Researchers to examine body image in young women with type 1 diabetes

by Barbara Hewitt on January 11, 2013

Researchers to examine body image in young women with type 1 diabetes

Researchers in the UK are undertaking work to look at the experience of body image in young women with type 1 diabetes. Nicola Pilkington from Lancaster University is recruiting women from the North West of England ages 16 to 25 who were diagnosed with type 1 diabetes before December 2011.

‘Body image refers to the subjective evaluation of your own body or physical appearance, including both your level of satisfaction with your appearance and your experience of emotions in specific situations,’ said Pilkington. Research suggests that young women with type 1 diabetes are more likely to feel negatively about their bodies than young women without diabetes, and may find it harder to follow their treatment regime as a result. However, there are also many people with type 1 diabetes who feel positively about their appearance, despite the additional challenges that diabetes can present.

So far no research has asked young women with type 1 diabetes about their experiences of body image. ‘This study aims to explore young women’s views of their body, weight and other aspects of their appearance, and the relationship between these and diabetes care. The researchers are interested in learning from both positive and negative experiences of young women with type 1 diabetes,’ said Pilkington. ‘Improving our understanding of how type 1 influences body image is important so that professionals working with young women who may be having problems in this area can make sure they are offering the best help and support possible,’ she added.

Participants will be invited to meet with the researcher for a short interview of approximately 45 to 60 minutes, in which they will be asked to discuss their experiences of body image, including their views of their own physical appearance and their ideas about how this relates to their diabetes.

Quote from : “I thought I was losing weight but my wife says no . I would like to lose at least 20 pounds I would feel better . I find this plays on you after time.”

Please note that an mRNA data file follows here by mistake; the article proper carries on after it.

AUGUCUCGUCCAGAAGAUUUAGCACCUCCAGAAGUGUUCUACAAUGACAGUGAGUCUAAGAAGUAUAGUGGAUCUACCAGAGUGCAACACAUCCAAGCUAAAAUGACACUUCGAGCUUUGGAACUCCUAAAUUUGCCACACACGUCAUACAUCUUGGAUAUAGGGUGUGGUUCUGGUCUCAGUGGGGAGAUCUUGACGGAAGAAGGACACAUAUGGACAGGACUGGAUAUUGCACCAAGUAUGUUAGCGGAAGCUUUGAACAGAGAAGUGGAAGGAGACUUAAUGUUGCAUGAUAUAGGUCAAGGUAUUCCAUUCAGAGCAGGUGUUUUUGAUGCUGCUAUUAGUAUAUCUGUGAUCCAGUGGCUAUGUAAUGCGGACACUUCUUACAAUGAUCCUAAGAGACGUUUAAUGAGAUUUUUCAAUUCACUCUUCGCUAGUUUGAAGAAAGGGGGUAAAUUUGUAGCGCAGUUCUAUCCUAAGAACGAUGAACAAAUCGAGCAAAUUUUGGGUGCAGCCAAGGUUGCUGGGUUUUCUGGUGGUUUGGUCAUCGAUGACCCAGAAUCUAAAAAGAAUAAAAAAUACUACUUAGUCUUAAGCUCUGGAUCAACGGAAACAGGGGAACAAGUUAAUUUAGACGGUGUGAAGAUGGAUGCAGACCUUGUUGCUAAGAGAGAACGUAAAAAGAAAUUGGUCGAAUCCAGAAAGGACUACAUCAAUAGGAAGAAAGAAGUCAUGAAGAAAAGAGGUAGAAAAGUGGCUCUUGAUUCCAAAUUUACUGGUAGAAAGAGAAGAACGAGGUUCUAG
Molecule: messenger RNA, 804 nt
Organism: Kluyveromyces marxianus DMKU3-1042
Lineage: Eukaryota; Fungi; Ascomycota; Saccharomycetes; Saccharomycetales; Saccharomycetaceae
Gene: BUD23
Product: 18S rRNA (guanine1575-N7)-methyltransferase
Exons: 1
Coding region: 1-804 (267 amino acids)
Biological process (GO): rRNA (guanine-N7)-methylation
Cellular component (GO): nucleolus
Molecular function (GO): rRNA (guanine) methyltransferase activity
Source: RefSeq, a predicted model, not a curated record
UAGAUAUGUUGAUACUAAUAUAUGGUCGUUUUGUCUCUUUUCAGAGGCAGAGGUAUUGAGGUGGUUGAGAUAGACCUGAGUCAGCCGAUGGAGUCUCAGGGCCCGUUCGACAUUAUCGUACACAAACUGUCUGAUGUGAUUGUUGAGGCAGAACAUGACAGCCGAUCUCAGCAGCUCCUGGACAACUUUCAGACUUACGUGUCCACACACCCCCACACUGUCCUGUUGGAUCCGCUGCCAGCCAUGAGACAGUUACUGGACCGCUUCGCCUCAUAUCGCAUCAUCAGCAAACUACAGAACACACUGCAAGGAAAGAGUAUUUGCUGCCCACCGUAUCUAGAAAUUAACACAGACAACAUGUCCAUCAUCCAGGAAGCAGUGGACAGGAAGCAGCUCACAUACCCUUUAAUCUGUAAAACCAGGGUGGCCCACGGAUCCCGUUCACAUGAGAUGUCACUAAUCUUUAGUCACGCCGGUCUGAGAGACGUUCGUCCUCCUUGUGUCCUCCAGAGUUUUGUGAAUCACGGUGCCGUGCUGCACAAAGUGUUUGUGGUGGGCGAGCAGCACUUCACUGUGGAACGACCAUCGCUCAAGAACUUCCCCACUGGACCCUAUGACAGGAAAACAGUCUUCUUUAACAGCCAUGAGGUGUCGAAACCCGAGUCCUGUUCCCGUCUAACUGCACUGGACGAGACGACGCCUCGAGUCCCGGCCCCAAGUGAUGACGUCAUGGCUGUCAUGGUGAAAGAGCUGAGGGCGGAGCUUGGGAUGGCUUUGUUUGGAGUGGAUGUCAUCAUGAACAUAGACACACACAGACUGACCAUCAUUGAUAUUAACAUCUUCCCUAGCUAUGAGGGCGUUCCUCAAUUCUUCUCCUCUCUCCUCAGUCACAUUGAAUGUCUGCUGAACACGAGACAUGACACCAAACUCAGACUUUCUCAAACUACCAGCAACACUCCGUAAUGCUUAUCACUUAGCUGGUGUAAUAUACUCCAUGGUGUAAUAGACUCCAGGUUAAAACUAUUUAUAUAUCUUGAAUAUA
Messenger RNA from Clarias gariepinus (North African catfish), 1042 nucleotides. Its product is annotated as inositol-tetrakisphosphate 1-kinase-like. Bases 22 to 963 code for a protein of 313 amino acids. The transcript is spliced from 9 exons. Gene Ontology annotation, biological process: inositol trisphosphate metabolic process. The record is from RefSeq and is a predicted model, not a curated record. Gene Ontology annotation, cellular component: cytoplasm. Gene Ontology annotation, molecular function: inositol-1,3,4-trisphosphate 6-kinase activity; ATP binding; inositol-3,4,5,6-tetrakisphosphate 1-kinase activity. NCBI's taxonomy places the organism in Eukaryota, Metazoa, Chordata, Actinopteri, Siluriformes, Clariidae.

The interview will be audio recorded and direct quotes may be used in publications related to the study. However, personal information will be changed or removed so that participants cannot be identified. Otherwise all personal information will be kept confidential from the participant’s diabetes care team, Diabetes UK, which is funding the study, and other organisations and will be securely stored at Lancaster University.

It is possible that participants may find some of the issues raised during their interview upsetting although participants can choose not to answer questions that make them feel uncomfortable. If participants become upset, they are free to stop the interview or to take a break. The researcher would also offer to speak to the participant about their worries at the end of the interview. All participants will be provided with an information sheet after the interview, which will include details of other sources of support in case the participant still feels worried.

As pregnancy involves marked changes to the body, women’s experiences of body image are likely to differ significantly while they are pregnant, therefore women who are pregnant cannot take part in this study.

The opinions expressed in this article do not necessarily reflect the views of the Community and should not be interpreted as medical advice. Please see your doctor before making any changes to your diabetes management plan.

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